Late Vespers Shimunzhila’s father says despite the trauma of loosing his daughter, all he wants is for justice to prevail.
And the Lusaka Subordinate Court will on September 30, this year, deliver its verdict in Vespers’ inquest hearing to ascertain how she came to her death in 2018.
Meanwhile, a police officer who was in charge of the crack squad during a student riot at the University of Zambia (UNZA) last year, has denied allegations that his team threw teargas canisters that burnt one of the hostels.
This is an inquest hearing before the Lusaka Subordinate Court to ascertain how Vespers came to her death last year.
Vespers, who was a fourth year student at UNZA died in October 2018 after police allegedly burnt one of the hostels using a tear gas canister during a riot over delayed payment of meal allowances.
And when the matter came up for continued hearing before coroner Sylvia Munyinya, Tuesday, Anthony Mulenga, 37, told the court that last year, he was deployed to Force Headquarters under Lusaka Division in charge of crack squad commonly known as C5.
He told the Coroner’s court that whilst on duty on October 4, 2018, he received a call from the call centre around 22:30 hours that there was a disturbance at UNZA main campus.
He said he quickly mobilised his officers and rushed to UNZA, adding that when they got there, it was confirmed that there was a disturbance.
“The road was blocked, the stretch between East Park Mall and UNZA main gate was blocked. Upon seeing us, the irate students started throwing stones at us and we used tear gas canisters to disperse them. They rushed back to their premises and that is how we cleared the way,” Mulenga said.
“In trying to ensure order, we stayed at the main entrance. But later on we heard there was fire in the campus and that one of the hostels had caught fire. So the fire department was called but when they came on site, they could not have access to entrance and they reported that their vehicle had been stoned. So we accompanied them in the University campus.”
Mulenga testified that there were about 30 officers with three land cruisers, adding that the resistance from students was the reason why the fire department had delayed in coming to quench the fire.
He added that they were later informed that there were two students who were critically ill and were rushed to Levy Mwanawasa General Hospital.
Mulenga said he was armed with an AK 47 riffle while his officers were armed with anti riot gear but added that they did not take stock of the material they used because it was an emergency.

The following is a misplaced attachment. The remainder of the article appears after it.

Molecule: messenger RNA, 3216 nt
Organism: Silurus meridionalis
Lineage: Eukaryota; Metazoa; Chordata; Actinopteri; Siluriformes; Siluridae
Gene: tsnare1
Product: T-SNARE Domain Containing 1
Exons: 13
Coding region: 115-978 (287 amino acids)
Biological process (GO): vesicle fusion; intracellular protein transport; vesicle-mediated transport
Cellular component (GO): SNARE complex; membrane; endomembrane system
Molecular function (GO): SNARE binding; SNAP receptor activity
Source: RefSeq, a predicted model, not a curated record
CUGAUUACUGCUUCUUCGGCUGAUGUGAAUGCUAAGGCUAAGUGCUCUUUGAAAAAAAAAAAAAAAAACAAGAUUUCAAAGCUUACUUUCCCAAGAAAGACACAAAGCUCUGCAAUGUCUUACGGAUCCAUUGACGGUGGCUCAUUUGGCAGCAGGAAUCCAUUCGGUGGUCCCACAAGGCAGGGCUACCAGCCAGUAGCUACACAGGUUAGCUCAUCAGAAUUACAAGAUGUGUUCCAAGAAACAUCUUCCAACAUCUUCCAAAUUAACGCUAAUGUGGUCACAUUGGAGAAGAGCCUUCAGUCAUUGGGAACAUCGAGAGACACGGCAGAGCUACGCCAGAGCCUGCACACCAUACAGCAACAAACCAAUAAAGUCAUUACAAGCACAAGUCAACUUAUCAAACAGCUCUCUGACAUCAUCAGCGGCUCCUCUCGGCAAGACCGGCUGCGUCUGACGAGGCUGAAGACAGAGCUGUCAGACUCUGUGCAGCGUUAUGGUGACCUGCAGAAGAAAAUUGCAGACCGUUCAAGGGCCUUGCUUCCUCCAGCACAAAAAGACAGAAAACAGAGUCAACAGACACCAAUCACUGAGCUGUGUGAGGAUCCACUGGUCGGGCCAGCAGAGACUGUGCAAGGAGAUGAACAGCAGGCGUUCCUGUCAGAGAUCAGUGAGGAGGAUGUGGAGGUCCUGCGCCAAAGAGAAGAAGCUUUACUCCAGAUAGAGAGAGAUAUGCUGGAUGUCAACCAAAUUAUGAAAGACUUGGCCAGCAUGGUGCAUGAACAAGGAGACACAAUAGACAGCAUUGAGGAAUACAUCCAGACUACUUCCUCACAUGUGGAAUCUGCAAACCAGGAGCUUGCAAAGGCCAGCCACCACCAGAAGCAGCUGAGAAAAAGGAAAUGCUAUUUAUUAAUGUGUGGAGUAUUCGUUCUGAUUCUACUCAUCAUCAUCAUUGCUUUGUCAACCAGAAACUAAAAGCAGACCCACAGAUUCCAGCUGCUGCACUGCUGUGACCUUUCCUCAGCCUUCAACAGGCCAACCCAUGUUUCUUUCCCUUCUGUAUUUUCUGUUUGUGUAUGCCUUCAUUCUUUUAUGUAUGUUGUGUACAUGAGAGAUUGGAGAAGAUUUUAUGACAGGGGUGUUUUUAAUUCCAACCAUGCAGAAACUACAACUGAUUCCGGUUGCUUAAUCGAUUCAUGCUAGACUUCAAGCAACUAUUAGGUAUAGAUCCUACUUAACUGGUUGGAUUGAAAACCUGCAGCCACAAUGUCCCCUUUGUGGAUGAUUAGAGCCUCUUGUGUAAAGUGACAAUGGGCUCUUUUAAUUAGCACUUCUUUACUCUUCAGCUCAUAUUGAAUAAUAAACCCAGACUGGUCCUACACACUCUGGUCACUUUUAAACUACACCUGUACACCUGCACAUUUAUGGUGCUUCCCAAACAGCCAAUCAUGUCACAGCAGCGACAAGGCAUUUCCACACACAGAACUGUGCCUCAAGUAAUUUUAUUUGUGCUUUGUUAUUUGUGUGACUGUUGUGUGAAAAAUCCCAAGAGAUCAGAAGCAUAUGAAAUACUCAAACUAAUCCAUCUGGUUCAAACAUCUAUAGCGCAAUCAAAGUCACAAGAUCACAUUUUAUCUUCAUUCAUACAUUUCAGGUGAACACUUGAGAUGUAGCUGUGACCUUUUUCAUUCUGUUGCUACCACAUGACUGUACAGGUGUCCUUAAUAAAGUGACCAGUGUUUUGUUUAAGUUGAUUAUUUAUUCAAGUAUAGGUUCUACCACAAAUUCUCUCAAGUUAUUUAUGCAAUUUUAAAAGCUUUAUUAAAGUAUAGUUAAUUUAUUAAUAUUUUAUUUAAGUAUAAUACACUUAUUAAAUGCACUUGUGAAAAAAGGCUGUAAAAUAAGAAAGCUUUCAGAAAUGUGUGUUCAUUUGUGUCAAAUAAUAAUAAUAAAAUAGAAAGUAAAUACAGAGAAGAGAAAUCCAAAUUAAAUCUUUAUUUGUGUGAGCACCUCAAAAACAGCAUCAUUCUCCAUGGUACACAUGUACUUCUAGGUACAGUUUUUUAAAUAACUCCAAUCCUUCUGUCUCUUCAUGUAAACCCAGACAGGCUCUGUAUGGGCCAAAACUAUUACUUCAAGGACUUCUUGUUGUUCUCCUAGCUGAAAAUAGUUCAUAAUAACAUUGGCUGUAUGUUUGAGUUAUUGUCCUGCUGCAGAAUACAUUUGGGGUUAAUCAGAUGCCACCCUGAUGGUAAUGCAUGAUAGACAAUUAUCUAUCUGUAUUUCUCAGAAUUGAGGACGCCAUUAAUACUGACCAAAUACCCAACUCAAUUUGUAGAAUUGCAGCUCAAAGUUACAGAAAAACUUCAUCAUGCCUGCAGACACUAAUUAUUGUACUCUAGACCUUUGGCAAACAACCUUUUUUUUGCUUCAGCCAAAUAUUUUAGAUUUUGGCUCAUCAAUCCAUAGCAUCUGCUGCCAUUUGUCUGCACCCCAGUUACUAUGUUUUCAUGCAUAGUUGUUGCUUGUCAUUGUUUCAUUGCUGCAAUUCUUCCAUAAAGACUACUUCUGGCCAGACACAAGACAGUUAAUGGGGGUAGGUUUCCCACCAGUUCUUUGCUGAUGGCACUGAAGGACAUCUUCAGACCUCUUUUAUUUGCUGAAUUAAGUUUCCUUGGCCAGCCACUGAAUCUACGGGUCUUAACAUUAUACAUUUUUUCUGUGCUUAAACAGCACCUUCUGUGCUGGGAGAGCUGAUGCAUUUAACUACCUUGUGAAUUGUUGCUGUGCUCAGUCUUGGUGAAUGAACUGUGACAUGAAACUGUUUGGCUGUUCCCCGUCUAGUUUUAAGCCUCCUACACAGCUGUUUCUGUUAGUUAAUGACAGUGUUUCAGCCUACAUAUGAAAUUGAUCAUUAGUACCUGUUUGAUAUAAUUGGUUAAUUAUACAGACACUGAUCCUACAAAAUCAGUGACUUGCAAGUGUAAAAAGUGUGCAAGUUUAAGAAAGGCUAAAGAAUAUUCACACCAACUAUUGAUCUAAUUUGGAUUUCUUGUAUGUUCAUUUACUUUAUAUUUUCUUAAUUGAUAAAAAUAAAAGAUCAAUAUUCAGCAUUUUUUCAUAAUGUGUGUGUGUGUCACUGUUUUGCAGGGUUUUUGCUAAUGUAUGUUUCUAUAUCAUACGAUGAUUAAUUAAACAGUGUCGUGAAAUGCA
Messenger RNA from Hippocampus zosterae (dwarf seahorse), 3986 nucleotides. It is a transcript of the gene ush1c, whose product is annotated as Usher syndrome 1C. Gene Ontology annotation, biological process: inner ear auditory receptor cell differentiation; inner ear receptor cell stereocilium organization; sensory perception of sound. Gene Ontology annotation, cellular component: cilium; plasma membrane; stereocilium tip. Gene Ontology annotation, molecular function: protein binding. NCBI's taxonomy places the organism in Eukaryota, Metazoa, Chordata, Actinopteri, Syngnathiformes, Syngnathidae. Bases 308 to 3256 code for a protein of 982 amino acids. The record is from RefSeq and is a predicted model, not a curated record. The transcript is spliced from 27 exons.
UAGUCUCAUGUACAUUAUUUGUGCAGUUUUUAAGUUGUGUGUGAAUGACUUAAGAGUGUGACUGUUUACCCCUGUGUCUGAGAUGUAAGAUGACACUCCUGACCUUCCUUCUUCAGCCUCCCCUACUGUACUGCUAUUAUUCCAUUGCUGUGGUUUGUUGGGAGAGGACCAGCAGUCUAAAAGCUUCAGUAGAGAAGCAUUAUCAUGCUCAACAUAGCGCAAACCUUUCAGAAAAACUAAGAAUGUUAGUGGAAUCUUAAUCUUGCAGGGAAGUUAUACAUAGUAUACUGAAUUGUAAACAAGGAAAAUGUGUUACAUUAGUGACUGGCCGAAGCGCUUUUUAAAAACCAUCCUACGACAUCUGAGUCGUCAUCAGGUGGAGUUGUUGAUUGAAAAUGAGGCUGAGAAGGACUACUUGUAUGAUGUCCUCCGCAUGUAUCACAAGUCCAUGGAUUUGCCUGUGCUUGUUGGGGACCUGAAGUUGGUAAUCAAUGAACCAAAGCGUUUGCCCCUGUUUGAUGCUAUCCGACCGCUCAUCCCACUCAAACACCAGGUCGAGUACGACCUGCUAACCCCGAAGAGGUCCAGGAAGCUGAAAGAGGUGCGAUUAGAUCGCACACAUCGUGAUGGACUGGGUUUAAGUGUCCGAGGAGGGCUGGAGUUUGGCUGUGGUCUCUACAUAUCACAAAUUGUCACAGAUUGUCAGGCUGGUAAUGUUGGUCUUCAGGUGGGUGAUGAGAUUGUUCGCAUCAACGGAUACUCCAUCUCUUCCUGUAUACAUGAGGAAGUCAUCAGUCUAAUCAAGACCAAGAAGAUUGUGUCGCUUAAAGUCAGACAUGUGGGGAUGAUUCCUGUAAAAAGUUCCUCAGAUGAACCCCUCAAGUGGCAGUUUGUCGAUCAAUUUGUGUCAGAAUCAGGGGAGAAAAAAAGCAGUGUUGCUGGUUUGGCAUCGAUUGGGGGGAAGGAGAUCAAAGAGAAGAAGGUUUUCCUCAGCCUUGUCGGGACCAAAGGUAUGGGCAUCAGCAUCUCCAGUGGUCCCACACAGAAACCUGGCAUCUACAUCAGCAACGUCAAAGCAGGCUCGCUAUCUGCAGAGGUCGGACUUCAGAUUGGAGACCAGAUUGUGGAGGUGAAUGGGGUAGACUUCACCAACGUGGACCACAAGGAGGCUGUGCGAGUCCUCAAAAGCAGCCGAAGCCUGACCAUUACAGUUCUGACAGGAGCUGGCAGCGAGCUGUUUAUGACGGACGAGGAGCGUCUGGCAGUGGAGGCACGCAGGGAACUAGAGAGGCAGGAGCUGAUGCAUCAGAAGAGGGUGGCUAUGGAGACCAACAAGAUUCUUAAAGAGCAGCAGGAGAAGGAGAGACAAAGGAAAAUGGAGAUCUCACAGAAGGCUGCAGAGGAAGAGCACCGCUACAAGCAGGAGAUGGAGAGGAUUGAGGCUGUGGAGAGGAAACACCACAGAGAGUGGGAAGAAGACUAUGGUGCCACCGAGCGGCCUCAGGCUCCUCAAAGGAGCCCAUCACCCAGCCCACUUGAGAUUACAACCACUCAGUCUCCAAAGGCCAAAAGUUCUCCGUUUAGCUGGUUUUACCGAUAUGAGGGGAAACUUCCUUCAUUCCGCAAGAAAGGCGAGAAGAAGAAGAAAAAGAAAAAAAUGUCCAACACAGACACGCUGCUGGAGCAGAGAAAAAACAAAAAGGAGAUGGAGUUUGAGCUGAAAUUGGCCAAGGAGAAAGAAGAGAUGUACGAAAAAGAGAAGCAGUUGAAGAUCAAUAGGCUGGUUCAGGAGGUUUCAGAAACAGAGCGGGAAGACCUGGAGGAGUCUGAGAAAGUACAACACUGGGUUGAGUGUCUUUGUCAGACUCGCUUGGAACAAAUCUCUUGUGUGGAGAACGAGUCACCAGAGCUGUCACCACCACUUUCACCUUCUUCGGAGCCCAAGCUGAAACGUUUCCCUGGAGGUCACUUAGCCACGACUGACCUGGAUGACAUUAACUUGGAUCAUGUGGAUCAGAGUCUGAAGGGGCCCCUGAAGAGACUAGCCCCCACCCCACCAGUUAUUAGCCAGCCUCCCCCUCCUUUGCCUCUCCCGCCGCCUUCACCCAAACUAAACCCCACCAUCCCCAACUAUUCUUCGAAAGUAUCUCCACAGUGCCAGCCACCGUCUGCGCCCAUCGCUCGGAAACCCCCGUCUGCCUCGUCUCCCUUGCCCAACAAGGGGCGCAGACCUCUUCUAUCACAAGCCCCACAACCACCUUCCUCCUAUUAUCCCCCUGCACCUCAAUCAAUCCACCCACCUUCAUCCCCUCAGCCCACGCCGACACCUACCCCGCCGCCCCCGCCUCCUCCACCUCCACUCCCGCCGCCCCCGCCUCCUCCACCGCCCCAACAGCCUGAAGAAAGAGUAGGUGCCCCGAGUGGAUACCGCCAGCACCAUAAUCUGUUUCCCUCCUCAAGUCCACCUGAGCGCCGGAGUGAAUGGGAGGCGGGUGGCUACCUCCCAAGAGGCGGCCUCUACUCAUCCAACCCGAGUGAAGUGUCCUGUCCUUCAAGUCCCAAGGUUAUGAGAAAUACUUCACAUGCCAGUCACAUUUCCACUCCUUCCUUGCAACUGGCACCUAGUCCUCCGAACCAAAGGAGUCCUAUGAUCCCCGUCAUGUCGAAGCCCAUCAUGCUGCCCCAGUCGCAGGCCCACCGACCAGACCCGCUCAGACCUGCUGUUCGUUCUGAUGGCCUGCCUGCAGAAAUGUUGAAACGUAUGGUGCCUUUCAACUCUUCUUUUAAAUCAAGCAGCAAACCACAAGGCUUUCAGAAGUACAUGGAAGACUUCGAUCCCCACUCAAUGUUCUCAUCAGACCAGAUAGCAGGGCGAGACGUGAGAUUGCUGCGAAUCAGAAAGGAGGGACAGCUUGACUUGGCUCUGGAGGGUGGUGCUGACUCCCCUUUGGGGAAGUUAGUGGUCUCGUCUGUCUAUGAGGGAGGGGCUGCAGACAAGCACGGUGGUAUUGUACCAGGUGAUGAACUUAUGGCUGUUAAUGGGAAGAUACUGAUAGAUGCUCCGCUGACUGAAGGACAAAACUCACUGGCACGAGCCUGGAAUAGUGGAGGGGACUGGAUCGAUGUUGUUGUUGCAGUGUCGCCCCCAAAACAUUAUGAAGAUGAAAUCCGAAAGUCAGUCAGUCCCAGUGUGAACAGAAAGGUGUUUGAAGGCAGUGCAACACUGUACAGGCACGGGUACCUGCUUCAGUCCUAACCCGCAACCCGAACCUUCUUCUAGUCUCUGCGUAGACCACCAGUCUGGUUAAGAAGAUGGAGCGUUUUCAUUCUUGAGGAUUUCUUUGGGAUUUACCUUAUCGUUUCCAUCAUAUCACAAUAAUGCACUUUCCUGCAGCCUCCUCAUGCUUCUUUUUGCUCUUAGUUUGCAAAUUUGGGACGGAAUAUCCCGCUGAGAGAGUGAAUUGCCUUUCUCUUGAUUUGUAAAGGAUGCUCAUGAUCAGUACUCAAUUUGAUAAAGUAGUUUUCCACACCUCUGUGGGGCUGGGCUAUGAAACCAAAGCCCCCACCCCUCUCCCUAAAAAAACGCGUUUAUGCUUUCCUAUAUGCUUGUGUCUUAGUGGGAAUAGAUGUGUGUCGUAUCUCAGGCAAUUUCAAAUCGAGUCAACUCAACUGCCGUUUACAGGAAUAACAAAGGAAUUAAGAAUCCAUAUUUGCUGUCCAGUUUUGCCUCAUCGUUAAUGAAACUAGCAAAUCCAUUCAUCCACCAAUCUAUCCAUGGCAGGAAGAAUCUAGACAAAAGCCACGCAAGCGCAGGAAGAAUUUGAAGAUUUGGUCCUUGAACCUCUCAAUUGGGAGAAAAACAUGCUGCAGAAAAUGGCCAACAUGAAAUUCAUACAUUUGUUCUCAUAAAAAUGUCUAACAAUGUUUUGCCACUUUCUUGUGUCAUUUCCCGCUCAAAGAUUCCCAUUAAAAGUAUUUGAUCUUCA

He testified that he received information that October hostel was on fire whilst he was at the main entrance.
Mulenga said when he got to the hostel, as an escort of the fire department, fire had already been quenched by students.
When he was questioned by one of the lawyers representing Vespers’ family Lastone Mwanabo, the witness said on that day, they used a Toyota Land Cruiser, and that he was in charge of the crack squad which consisted of 15 officers.
He added that they fired teargas canisters at the University footbridge as there was commotion.
“The only time a green Nissan arrived on that day was past 01 and it was from para military, another crack squad based at Lilayi and Chief inspector Bwalya was in charge,” Mulenga said.
He added that he was able to account for his team because they worked together.
Mulenga confirmed that teargas canisters and handheld grenades were used during the commotion but claimed that he wouldn’t know if that happened before the fire broke out at the hostel.
The witness further denied that his team was the perpetrator of the throwing of the teargas canisters at the hostel.
He added that he was not aware of any other team which would be responsible for throwing the teargas canisters.
Mulenga further said he was no longer in charge of the crack squad.
When the last witness concluded with his testimony, Coroner Munyinya adjourned the matter to September 30, this year, for a verdict.
But after the court was adjourned, Vesper’s father Davison Shimunzhila said all he was praying for was for justice to prevail.
“Nothing else but for justice to prevail. Thats what we are praying for. Despite the trauma, we do believe justice should prevail,” said Shimunzhila.